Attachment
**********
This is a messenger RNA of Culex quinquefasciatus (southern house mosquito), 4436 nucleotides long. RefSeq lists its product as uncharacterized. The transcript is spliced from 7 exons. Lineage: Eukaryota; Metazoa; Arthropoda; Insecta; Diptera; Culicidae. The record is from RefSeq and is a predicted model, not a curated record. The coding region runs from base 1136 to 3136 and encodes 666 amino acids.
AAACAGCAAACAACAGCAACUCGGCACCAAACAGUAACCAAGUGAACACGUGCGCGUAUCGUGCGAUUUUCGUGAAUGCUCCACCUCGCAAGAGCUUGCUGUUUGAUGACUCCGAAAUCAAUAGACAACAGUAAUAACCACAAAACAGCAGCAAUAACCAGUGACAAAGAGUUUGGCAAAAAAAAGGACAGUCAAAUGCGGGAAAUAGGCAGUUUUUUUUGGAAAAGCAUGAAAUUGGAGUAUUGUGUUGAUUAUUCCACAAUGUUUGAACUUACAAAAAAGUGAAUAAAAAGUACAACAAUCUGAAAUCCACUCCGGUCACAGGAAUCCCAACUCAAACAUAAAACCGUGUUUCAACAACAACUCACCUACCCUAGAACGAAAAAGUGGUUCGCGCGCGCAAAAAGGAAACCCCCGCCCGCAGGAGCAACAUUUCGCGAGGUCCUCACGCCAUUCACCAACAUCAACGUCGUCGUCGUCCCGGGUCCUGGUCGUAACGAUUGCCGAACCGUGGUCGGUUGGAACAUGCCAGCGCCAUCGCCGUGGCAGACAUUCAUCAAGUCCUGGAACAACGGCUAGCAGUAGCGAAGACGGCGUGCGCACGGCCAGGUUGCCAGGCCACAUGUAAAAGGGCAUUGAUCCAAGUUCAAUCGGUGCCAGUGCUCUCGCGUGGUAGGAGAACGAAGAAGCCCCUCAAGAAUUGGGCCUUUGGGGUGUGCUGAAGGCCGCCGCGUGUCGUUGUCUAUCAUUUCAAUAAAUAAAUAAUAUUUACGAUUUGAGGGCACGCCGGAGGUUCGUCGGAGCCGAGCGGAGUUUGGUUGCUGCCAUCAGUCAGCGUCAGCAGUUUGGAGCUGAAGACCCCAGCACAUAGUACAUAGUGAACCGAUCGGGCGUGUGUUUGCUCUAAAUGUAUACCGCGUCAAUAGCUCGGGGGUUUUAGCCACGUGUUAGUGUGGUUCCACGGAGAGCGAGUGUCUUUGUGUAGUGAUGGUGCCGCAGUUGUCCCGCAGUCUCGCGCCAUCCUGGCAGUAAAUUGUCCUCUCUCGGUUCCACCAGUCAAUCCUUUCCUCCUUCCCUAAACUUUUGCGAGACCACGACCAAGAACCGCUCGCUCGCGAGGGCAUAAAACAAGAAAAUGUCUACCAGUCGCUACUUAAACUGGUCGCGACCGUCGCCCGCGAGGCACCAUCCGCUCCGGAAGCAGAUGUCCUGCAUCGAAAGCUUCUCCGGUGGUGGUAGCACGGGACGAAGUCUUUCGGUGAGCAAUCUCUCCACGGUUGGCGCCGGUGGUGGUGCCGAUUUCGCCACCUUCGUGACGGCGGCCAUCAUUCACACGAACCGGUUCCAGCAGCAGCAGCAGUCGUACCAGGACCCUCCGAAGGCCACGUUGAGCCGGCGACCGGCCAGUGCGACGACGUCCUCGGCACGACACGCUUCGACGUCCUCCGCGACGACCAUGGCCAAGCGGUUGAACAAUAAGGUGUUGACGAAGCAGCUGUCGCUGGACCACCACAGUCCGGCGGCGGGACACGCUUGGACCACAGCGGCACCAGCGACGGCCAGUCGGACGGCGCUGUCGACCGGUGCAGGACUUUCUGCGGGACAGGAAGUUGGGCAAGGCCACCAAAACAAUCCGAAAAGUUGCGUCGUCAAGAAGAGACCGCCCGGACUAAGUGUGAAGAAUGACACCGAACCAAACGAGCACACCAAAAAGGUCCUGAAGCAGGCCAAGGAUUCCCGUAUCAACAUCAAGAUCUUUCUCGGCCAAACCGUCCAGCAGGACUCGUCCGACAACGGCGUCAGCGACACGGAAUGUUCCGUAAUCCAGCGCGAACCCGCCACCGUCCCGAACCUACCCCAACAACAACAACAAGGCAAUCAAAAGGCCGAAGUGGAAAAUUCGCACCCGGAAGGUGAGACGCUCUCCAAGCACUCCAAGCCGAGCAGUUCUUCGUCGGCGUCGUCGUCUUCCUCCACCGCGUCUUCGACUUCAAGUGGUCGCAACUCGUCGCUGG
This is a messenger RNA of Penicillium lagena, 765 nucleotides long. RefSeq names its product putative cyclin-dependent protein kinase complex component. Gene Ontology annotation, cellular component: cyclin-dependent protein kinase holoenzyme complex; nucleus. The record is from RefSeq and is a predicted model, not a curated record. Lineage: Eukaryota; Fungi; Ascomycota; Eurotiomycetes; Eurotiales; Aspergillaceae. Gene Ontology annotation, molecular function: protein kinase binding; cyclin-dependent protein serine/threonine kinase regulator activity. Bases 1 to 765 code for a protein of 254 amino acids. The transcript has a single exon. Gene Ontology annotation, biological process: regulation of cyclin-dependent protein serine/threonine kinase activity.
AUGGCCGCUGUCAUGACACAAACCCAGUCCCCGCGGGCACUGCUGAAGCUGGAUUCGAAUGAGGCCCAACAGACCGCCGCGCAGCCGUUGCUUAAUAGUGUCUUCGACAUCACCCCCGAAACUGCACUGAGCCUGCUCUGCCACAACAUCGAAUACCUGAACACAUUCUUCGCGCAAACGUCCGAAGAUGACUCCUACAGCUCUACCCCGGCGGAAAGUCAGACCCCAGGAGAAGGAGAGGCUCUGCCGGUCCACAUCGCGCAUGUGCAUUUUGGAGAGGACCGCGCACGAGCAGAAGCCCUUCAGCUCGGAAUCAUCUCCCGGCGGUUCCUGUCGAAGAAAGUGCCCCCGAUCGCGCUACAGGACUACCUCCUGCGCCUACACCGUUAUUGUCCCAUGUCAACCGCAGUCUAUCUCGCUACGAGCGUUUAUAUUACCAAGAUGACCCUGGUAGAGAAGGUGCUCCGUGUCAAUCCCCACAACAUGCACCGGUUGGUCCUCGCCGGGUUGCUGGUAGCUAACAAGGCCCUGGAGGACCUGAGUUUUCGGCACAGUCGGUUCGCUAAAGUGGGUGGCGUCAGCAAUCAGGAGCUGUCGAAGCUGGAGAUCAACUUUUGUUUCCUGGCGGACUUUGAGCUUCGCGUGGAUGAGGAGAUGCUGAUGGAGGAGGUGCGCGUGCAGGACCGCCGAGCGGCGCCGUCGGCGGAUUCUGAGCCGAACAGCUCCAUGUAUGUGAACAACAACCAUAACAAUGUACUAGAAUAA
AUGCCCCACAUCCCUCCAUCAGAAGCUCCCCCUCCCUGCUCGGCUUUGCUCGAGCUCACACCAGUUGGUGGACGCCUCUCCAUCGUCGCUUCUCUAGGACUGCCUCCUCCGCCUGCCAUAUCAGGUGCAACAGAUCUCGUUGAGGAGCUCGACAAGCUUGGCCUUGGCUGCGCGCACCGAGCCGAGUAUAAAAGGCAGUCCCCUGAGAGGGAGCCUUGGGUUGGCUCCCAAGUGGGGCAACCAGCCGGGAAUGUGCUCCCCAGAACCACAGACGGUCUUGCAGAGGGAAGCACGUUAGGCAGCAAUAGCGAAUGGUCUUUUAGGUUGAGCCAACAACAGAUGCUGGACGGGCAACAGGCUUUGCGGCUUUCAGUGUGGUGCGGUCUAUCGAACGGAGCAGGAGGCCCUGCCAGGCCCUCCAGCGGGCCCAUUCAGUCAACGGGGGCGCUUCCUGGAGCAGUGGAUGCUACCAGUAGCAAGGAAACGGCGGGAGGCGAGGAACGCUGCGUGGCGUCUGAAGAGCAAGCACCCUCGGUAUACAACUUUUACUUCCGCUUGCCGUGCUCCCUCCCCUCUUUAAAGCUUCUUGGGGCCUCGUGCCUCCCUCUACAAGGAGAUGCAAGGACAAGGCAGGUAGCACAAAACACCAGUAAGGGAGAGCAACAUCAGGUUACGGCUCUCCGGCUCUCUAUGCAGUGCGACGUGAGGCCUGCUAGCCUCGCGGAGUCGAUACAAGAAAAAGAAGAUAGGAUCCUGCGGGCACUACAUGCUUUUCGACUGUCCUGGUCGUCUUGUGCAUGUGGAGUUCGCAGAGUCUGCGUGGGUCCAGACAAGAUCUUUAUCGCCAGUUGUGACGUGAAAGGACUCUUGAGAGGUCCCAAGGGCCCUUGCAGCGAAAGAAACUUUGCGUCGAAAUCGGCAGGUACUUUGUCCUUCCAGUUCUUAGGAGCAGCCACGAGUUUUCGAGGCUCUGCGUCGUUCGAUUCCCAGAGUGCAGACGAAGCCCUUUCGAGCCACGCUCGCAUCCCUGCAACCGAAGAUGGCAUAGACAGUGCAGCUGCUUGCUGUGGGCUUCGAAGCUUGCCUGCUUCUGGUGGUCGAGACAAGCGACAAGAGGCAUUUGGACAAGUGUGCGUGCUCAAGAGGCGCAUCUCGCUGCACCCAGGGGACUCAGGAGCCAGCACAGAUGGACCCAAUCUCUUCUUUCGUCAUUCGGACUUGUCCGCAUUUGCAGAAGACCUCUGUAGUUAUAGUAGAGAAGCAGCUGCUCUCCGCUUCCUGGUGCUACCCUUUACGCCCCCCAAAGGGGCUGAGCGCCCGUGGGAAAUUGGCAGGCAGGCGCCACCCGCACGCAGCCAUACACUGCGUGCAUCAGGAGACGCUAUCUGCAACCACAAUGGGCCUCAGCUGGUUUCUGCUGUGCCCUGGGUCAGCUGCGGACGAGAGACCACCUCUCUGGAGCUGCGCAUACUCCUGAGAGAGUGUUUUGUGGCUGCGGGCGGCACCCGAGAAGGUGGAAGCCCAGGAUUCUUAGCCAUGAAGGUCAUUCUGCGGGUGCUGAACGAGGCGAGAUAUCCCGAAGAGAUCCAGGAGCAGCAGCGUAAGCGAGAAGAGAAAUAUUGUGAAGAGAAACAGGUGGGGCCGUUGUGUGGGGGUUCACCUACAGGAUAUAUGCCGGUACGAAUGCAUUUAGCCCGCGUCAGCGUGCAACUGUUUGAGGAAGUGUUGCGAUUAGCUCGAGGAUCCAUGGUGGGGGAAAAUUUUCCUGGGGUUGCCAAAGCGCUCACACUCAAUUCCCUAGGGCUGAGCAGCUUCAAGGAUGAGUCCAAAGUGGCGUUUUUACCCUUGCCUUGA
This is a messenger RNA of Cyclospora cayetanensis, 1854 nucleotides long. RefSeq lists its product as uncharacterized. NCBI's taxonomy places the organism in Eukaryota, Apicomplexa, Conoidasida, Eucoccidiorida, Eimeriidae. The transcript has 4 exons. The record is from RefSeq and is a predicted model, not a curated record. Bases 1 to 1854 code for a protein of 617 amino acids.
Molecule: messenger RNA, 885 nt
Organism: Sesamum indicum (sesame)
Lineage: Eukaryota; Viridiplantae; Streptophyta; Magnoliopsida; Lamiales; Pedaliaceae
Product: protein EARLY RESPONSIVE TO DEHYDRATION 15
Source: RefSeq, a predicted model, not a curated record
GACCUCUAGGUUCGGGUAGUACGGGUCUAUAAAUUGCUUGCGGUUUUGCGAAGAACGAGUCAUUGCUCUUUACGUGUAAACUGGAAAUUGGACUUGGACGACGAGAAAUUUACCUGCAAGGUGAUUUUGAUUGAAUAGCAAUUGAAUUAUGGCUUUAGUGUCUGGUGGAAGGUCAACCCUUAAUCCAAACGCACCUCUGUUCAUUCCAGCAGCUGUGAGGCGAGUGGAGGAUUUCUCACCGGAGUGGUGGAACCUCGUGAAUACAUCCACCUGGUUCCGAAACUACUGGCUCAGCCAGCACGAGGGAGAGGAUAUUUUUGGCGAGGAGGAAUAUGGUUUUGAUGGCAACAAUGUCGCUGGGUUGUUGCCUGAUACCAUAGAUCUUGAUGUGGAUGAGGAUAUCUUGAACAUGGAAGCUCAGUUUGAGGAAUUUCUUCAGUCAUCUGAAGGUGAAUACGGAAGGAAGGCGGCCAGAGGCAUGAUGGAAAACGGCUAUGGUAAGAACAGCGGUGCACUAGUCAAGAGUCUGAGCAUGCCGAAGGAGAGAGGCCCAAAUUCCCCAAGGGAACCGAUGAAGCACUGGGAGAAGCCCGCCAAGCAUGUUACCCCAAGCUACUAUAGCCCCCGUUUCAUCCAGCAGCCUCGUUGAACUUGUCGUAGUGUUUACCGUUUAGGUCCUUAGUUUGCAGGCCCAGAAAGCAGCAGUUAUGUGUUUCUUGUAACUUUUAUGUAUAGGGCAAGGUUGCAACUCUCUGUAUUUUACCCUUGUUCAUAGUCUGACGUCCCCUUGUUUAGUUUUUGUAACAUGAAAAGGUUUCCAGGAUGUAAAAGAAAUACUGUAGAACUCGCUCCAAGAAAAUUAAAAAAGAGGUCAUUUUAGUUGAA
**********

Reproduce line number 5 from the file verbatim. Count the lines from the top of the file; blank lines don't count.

AUGCCCCACAUCCCUCCAUCAGAAGCUCCCCCUCCCUGCUCGGCUUUGCUCGAGCUCACACCAGUUGGUGGACGCCUCUCCAUCGUCGCUUCUCUAGGACUGCCUCCUCCGCCUGCCAUAUCAGGUGCAACAGAUCUCGUUGAGGAGCUCGACAAGCUUGGCCUUGGCUGCGCGCACCGAGCCGAGUAUAAAAGGCAGUCCCCUGAGAGGGAGCCUUGGGUUGGCUCCCAAGUGGGGCAACCAGCCGGGAAUGUGCUCCCCAGAACCACAGACGGUCUUGCAGAGGGAAGCACGUUAGGCAGCAAUAGCGAAUGGUCUUUUAGGUUGAGCCAACAACAGAUGCUGGACGGGCAACAGGCUUUGCGGCUUUCAGUGUGGUGCGGUCUAUCGAACGGAGCAGGAGGCCCUGCCAGGCCCUCCAGCGGGCCCAUUCAGUCAACGGGGGCGCUUCCUGGAGCAGUGGAUGCUACCAGUAGCAAGGAAACGGCGGGAGGCGAGGAACGCUGCGUGGCGUCUGAAGAGCAAGCACCCUCGGUAUACAACUUUUACUUCCGCUUGCCGUGCUCCCUCCCCUCUUUAAAGCUUCUUGGGGCCUCGUGCCUCCCUCUACAAGGAGAUGCAAGGACAAGGCAGGUAGCACAAAACACCAGUAAGGGAGAGCAACAUCAGGUUACGGCUCUCCGGCUCUCUAUGCAGUGCGACGUGAGGCCUGCUAGCCUCGCGGAGUCGAUACAAGAAAAAGAAGAUAGGAUCCUGCGGGCACUACAUGCUUUUCGACUGUCCUGGUCGUCUUGUGCAUGUGGAGUUCGCAGAGUCUGCGUGGGUCCAGACAAGAUCUUUAUCGCCAGUUGUGACGUGAAAGGACUCUUGAGAGGUCCCAAGGGCCCUUGCAGCGAAAGAAACUUUGCGUCGAAAUCGGCAGGUACUUUGUCCUUCCAGUUCUUAGGAGCAGCCACGAGUUUUCGAGGCUCUGCGUCGUUCGAUUCCCAGAGUGCAGACGAAGCCCUUUCGAGCCACGCUCGCAUCCCUGCAACCGAAGAUGGCAUAGACAGUGCAGCUGCUUGCUGUGGGCUUCGAAGCUUGCCUGCUUCUGGUGGUCGAGACAAGCGACAAGAGGCAUUUGGACAAGUGUGCGUGCUCAAGAGGCGCAUCUCGCUGCACCCAGGGGACUCAGGAGCCAGCACAGAUGGACCCAAUCUCUUCUUUCGUCAUUCGGACUUGUCCGCAUUUGCAGAAGACCUCUGUAGUUAUAGUAGAGAAGCAGCUGCUCUCCGCUUCCUGGUGCUACCCUUUACGCCCCCCAAAGGGGCUGAGCGCCCGUGGGAAAUUGGCAGGCAGGCGCCACCCGCACGCAGCCAUACACUGCGUGCAUCAGGAGACGCUAUCUGCAACCACAAUGGGCCUCAGCUGGUUUCUGCUGUGCCCUGGGUCAGCUGCGGACGAGAGACCACCUCUCUGGAGCUGCGCAUACUCCUGAGAGAGUGUUUUGUGGCUGCGGGCGGCACCCGAGAAGGUGGAAGCCCAGGAUUCUUAGCCAUGAAGGUCAUUCUGCGGGUGCUGAACGAGGCGAGAUAUCCCGAAGAGAUCCAGGAGCAGCAGCGUAAGCGAGAAGAGAAAUAUUGUGAAGAGAAACAGGUGGGGCCGUUGUGUGGGGGUUCACCUACAGGAUAUAUGCCGGUACGAAUGCAUUUAGCCCGCGUCAGCGUGCAACUGUUUGAGGAAGUGUUGCGAUUAGCUCGAGGAUCCAUGGUGGGGGAAAAUUUUCCUGGGGUUGCCAAAGCGCUCACACUCAAUUCCCUAGGGCUGAGCAGCUUCAAGGAUGAGUCCAAAGUGGCGUUUUUACCCUUGCCUUGA